Fast-track for rush to publish
A Lampeter-based publishing house is trying to attract academics desperate to have their work published before the Research Assessment Exercise deadline next year by offering a fast-track refereed publishing programme in return for cash.
Edwin Mellen Press was last year ordered by the principal of St David's University College to stop using the college's name and address on its stationery after complaints from academics who assumed the press was part of the institution.
It is now offering academics the chance to have their work refereed and published within three months. A recent advertisement in the Times Literary Supplement read: "Meet university deadlines through our 90 day refereed book publishing program."
Academics who want to publish a masters dissertation or a doctoral thesis can sign up for the "international distinguished dissertation" programme.
Young hopefuls are asked to write to Simon Evans, an emeritus professor of the University of Wales and a former St David's academic who ran the college's centre for research and scholarship.
But publication is not free, as it is at the typical academic publishing house. Academics are being charged Pounds 595.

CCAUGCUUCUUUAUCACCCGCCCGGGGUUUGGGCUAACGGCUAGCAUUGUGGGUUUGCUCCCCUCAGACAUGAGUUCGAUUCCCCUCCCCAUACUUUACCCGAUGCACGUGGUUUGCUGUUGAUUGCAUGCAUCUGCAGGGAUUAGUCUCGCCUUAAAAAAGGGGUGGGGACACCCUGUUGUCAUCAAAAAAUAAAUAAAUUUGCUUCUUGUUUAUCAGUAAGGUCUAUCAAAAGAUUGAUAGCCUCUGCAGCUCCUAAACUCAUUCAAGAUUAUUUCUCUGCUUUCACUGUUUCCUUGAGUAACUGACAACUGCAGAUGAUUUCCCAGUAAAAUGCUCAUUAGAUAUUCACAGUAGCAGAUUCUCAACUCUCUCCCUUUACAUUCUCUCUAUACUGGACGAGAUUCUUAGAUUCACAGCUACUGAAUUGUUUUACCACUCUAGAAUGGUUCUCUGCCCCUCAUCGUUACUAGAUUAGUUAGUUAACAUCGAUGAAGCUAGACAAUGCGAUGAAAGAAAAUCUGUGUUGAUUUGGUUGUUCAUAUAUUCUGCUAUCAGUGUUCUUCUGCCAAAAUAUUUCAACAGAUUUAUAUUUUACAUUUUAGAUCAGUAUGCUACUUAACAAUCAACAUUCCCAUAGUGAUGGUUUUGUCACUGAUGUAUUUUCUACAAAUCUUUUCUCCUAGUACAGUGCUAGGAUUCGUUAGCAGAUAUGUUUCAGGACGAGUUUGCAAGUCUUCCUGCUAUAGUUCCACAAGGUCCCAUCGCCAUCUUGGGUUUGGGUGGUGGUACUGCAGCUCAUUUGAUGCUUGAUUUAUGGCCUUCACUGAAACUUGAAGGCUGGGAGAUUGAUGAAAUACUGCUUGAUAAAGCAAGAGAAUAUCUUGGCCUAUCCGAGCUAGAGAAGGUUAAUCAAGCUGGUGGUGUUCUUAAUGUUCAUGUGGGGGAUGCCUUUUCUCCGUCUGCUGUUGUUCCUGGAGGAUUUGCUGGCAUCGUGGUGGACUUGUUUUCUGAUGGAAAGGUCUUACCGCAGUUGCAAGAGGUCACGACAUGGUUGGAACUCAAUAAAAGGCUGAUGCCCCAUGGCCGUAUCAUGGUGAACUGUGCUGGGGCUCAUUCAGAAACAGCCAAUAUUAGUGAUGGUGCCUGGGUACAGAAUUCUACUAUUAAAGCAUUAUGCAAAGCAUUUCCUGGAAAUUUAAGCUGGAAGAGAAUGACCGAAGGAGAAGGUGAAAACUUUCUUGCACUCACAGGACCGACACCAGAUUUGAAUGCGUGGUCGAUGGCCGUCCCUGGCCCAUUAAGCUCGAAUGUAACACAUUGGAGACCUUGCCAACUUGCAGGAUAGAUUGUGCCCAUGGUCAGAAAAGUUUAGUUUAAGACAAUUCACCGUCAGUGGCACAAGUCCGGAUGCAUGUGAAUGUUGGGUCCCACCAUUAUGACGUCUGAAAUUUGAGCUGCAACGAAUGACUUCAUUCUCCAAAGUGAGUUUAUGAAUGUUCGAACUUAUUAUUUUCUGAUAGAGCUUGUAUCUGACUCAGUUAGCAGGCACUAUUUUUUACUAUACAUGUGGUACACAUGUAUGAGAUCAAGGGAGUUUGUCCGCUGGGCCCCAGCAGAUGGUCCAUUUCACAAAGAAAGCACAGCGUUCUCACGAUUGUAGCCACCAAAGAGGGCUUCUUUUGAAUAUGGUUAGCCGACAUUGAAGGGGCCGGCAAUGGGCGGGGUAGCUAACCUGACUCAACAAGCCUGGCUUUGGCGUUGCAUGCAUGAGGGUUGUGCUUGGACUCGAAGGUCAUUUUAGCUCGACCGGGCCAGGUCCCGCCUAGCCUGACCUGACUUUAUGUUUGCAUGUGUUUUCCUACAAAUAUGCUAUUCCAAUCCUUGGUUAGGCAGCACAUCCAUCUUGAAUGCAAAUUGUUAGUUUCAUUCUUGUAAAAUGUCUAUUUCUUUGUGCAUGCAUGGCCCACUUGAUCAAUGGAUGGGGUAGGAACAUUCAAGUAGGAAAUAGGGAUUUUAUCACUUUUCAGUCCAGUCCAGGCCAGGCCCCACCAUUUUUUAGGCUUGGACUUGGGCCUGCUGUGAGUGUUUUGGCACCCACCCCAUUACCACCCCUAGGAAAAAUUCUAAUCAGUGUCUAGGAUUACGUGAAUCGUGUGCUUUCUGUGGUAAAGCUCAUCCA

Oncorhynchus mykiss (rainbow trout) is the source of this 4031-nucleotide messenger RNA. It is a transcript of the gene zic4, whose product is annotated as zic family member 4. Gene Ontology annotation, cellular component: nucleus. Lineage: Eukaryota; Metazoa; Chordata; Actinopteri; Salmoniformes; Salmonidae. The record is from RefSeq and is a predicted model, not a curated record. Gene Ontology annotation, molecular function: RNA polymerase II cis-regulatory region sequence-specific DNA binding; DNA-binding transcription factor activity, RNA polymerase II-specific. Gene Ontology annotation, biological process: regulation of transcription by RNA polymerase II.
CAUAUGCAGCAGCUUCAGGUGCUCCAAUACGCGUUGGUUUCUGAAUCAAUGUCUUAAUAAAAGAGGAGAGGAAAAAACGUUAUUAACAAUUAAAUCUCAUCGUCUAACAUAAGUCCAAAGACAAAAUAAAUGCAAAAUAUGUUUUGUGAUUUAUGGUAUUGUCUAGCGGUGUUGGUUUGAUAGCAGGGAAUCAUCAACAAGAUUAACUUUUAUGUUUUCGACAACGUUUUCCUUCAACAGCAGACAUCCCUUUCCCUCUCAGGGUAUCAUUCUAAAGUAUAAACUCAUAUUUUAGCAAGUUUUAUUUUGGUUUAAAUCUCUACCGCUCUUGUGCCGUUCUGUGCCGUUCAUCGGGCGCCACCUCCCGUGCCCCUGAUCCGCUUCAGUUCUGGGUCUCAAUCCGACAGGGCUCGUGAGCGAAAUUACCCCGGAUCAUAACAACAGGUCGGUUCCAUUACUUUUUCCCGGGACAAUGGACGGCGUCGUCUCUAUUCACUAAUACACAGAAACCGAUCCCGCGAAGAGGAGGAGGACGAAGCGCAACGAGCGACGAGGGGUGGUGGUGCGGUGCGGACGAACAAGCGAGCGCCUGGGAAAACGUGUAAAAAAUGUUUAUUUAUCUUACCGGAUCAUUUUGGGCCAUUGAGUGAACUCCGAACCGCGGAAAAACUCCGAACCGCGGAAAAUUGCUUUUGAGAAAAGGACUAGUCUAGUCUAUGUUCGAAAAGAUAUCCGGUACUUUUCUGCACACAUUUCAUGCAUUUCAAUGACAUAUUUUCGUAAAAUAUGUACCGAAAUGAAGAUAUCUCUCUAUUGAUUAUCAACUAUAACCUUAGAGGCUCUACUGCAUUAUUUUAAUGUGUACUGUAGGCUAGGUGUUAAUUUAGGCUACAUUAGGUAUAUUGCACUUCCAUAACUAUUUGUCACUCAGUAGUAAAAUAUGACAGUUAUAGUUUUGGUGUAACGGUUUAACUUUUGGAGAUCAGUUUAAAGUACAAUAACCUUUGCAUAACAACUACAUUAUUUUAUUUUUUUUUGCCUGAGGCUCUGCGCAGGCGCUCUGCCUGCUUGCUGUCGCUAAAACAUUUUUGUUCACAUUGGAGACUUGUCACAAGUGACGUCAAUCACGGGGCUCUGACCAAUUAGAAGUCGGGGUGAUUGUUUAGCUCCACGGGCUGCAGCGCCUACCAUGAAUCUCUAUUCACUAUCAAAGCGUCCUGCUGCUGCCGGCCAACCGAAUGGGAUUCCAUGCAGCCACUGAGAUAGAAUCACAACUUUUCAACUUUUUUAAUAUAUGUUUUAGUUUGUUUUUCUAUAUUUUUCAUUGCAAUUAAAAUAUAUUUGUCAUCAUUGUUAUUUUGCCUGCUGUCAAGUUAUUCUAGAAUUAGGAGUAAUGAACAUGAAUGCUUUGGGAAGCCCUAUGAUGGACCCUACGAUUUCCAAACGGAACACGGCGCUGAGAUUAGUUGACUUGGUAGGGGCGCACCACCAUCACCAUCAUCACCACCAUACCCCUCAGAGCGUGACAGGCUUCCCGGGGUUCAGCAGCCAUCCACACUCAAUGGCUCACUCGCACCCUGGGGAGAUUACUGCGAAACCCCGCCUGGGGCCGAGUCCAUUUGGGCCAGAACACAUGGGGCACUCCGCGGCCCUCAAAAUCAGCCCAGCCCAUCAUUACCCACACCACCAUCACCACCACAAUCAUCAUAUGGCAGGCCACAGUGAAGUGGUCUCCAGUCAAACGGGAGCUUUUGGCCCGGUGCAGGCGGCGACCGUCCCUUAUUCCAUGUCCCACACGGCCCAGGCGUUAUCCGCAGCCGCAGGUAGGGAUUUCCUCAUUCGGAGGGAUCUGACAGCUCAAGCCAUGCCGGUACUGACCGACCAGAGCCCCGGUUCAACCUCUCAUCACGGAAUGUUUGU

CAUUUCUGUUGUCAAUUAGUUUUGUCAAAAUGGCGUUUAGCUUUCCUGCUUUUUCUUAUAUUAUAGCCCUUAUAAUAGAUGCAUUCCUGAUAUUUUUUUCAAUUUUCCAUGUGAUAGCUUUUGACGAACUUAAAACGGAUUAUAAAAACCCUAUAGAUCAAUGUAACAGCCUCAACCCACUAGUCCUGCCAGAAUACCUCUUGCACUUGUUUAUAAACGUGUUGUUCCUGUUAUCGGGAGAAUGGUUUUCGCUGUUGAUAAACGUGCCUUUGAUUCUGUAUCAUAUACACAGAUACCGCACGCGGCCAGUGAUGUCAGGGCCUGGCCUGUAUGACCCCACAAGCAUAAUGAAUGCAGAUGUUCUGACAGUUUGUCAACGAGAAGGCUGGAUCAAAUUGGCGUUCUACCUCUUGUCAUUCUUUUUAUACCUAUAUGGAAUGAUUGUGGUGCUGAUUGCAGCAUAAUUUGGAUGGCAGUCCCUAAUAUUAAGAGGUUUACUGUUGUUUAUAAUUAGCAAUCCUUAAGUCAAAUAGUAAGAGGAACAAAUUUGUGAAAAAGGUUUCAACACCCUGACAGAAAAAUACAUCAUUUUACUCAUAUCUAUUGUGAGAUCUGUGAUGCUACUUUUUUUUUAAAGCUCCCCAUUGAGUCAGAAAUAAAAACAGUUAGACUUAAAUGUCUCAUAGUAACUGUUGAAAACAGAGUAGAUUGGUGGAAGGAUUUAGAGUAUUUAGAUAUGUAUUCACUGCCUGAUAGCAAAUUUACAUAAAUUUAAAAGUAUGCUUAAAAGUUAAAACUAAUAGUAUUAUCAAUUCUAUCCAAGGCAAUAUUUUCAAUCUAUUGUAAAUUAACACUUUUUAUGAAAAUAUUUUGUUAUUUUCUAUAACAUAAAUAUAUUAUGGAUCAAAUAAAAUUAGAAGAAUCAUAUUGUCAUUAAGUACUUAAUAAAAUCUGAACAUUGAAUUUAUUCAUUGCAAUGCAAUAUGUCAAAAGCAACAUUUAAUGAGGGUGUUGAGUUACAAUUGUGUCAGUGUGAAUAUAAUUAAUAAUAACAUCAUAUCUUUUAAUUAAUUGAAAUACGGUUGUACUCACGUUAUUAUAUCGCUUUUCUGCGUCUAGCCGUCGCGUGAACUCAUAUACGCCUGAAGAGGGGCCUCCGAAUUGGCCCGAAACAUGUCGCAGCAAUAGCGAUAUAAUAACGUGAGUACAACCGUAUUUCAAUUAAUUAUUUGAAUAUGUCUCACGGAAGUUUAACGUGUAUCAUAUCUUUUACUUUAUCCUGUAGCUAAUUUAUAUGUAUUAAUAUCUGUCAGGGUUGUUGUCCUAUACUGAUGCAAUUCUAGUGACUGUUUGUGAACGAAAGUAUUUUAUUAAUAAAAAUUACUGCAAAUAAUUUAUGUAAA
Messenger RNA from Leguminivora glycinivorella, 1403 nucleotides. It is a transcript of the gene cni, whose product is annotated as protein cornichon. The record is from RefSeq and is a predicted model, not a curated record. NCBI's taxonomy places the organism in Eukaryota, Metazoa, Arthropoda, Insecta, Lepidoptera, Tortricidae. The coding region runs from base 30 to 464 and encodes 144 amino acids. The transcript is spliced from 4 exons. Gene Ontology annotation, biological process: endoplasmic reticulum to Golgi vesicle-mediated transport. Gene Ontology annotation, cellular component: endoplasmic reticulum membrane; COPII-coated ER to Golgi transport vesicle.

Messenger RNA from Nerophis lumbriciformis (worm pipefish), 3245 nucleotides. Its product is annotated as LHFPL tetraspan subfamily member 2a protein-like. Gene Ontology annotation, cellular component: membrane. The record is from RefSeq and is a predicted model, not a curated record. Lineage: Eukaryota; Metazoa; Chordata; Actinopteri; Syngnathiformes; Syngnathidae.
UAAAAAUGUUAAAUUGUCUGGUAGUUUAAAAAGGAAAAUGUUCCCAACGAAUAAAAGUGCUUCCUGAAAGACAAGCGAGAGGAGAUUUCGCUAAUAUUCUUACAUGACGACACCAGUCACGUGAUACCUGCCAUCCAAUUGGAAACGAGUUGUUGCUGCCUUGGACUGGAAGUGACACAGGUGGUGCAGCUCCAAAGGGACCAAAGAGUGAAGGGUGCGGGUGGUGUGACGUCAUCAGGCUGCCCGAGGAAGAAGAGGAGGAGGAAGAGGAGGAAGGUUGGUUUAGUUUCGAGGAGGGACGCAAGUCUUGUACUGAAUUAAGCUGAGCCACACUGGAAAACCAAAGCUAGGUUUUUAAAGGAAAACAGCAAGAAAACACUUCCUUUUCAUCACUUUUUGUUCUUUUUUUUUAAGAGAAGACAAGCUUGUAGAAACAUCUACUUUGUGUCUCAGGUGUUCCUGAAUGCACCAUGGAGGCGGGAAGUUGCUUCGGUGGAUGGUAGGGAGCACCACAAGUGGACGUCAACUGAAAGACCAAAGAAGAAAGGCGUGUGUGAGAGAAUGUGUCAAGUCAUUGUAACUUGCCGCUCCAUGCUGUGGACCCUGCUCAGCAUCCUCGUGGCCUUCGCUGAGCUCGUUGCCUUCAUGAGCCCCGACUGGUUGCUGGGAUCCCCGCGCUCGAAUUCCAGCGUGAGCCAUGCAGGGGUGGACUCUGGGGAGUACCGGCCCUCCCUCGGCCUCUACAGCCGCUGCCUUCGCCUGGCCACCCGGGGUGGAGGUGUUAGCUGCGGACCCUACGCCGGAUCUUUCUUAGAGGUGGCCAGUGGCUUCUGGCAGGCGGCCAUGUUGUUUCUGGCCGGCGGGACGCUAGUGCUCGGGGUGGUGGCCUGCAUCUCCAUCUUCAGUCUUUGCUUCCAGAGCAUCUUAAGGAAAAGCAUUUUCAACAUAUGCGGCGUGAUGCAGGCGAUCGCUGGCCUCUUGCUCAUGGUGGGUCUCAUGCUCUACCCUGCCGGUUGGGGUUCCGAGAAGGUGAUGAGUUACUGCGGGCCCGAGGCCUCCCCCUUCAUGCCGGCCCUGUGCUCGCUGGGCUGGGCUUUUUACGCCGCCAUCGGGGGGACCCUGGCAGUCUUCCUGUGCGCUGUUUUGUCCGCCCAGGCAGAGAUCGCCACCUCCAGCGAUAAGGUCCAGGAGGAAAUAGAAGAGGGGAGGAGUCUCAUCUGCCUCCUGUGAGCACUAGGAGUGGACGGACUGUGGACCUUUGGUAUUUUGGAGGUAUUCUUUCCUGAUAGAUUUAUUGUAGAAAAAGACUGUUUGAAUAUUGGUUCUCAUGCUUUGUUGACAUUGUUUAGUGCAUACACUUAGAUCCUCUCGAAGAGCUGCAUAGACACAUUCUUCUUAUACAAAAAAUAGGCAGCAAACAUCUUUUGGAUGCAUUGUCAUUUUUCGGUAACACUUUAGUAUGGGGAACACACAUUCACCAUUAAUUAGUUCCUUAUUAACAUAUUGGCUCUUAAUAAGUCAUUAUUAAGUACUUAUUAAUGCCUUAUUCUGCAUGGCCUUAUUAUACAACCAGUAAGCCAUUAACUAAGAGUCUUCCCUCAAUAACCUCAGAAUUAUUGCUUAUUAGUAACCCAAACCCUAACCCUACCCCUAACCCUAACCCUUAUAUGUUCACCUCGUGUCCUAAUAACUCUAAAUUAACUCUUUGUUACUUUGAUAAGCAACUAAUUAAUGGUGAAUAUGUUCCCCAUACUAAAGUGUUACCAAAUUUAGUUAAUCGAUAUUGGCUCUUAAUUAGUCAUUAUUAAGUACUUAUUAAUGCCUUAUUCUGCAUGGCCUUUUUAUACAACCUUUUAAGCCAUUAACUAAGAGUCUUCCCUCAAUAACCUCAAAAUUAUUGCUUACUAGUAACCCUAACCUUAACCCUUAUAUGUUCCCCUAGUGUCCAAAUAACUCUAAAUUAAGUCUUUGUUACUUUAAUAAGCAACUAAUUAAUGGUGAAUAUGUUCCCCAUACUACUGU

However, the rush to beat the RAE deadline next March, and the fact that university posts are now almost invariably going to academics with a substantial publishing record, means that academics are likely to pay up.
A spokesperson confirmed that the press has received many enquiries from people who are anxious about the RAE.
"Everybody's asking about that," she laughed.
The pressure to publish quickly is affecting all major publishing houses. John Haslam, an editor at the Cambridge University Press, one of the most prestigious publishing houses, said that it had become "a more high-profile consideration".
But he stressed that CUP's "quality threshold" remains intact, pointing out that a monograph still takes around 12 months to publish, and that is only after a protracted refereeing process that can last up to six months.
Susan Blishen, of the Publishers' Association, said that she was surprised by the Edwin Mellen Press programme.
Yet it seems that an Edwin Mellen Press publication will be treated no differently from a CUP one in research assessment.
The Higher Education Funding Council for England, which is conducting the RAE, said that no distinction is drawn between different publishing houses when submitted work is being assessed.